Most of our choices have this sort of impact, just on a smaller scale. If you contribute a real child to the continuing genetic evolution process, if you contribute media articles that influence future perceptions, if you contribute techs that change future society, you are in effect adding to and changing the sorts of people there are and what they value, and doing so in ways you largely don't understand.

A lot of futurists seem to come to a similar point, where they see themselves on a runaway freight train, where no one is in control, knows where we are going, or even knows much about how any particular track switch would change where we end up. They then suggest that we please please slow all this change down so we can stop and think. But that doesn't seem a remotely likely scenario to me.

the difference between reality and this hypothetical scenario is where control resides. I take no issue with the decentralized future roulette we are playing when we have this or that kid with this or that person. all my study of economics and natural selection indicates that such decentralized methods are self-correcting. in this scenario we approach the point where the future cone could have this or that bit snuffed by the decision of a singleton (or a functional equivalent), advocating that *this* sort of thing be slowed down so that we can weigh the decisions carefully seems prudent. isn't this sort of the main thrust of the friendly AI debate?

"please please slow all this change down"

No way no how. Bring the change on, baby. Bring.It.On.

For those who complain about being on your toes all the time, I say take ballet.

I'd agree with the sentiment in this post. I'm interested in building artificial brain stuff, more than building Artificial People. That is a computational substrate that allows the range of purpose-oriented adaptation shown in the brain, but with different modalities. Not neurally based, because simulating neural systems on a system where processing and memory is split defeats the majority of the point of them for me.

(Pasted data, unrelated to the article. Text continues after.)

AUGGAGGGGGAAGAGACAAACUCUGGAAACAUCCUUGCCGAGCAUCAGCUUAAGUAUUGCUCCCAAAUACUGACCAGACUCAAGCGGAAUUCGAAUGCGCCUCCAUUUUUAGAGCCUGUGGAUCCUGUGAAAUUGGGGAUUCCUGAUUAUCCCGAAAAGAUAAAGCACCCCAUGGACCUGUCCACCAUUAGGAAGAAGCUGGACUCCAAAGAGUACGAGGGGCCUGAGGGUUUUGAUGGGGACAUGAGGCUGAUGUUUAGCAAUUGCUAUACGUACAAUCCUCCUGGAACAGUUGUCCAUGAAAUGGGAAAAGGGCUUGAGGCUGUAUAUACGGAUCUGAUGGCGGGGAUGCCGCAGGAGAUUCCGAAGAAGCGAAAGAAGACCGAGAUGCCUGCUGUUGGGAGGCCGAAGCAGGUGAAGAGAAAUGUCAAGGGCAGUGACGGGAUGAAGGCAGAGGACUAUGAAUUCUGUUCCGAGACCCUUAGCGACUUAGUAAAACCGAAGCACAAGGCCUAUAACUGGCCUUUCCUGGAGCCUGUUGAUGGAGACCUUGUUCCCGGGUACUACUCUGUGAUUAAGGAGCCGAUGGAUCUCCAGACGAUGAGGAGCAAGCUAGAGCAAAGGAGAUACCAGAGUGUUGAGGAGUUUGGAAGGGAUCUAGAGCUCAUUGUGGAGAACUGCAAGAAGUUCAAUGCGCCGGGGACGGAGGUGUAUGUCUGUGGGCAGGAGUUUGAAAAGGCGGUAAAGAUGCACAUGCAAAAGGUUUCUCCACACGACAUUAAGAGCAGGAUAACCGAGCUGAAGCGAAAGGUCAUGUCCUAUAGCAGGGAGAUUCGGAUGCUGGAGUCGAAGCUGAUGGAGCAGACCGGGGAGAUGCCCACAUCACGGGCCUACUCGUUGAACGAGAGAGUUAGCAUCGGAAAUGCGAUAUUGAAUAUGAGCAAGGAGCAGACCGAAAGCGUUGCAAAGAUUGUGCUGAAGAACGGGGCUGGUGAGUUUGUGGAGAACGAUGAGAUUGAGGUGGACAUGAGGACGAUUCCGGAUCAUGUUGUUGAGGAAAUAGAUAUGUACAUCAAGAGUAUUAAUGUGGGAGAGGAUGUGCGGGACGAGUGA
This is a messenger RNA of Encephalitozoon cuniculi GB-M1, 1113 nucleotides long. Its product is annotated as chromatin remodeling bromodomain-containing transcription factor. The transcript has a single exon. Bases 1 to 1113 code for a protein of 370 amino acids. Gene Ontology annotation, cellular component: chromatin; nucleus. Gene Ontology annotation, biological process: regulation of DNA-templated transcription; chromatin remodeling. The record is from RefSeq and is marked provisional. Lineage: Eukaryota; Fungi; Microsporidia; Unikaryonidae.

Democracy is a dumb idea. I vote for aristocracy/apartheid. Considering the disaster of the former Rhodesia, currently Zimbabwe, and the growing similarities in South Africa, the actual historical apartheid is starting to look pretty good. So I agree with Tim M, except I'm not a secular humanist.

I'm not sure I understand how sentience has anything to do with anything (even if we knew what it was). I'm sentient, but cows would continue to taste yummy if I thought they were sentient (I'm not saying I'd still eat them, of course).

Anyways, why not build an AI who's goal was to non-coercively increase the intelligence of mankind? You don't have to worry about its utility function being compatible with ours in that case. Sure I don't know how we'd go about making human intelligence more easily modified (as I have no idea what sentience is), but a super-intelligence might be able to figure it out.

Anon: "The notion of "morally significant" seems to coincide with sentience."

Yes; the word "sentience" seems to be just a placeholder meaning "qualifications we'll figure out later for being thought of as a person."

Tim: Good point, that people have a very strong bias to associate rights with intelligence; whereas empathy is a better criterion. Problem being that dogs have lots of empathy. Let's say intelligence and empathy are both necessary but not sufficient.

James: "Shouldn't this outcome be something the CEV would avoid anyway? If it's making an AI that wants what we would want, then it should not at the same time be making something we would not want to exist."

CEV is not a magic "do what I mean" incantation. Even supposing the idea were worked out, before the first AI is built, you probably don't have a mechanism to implement it.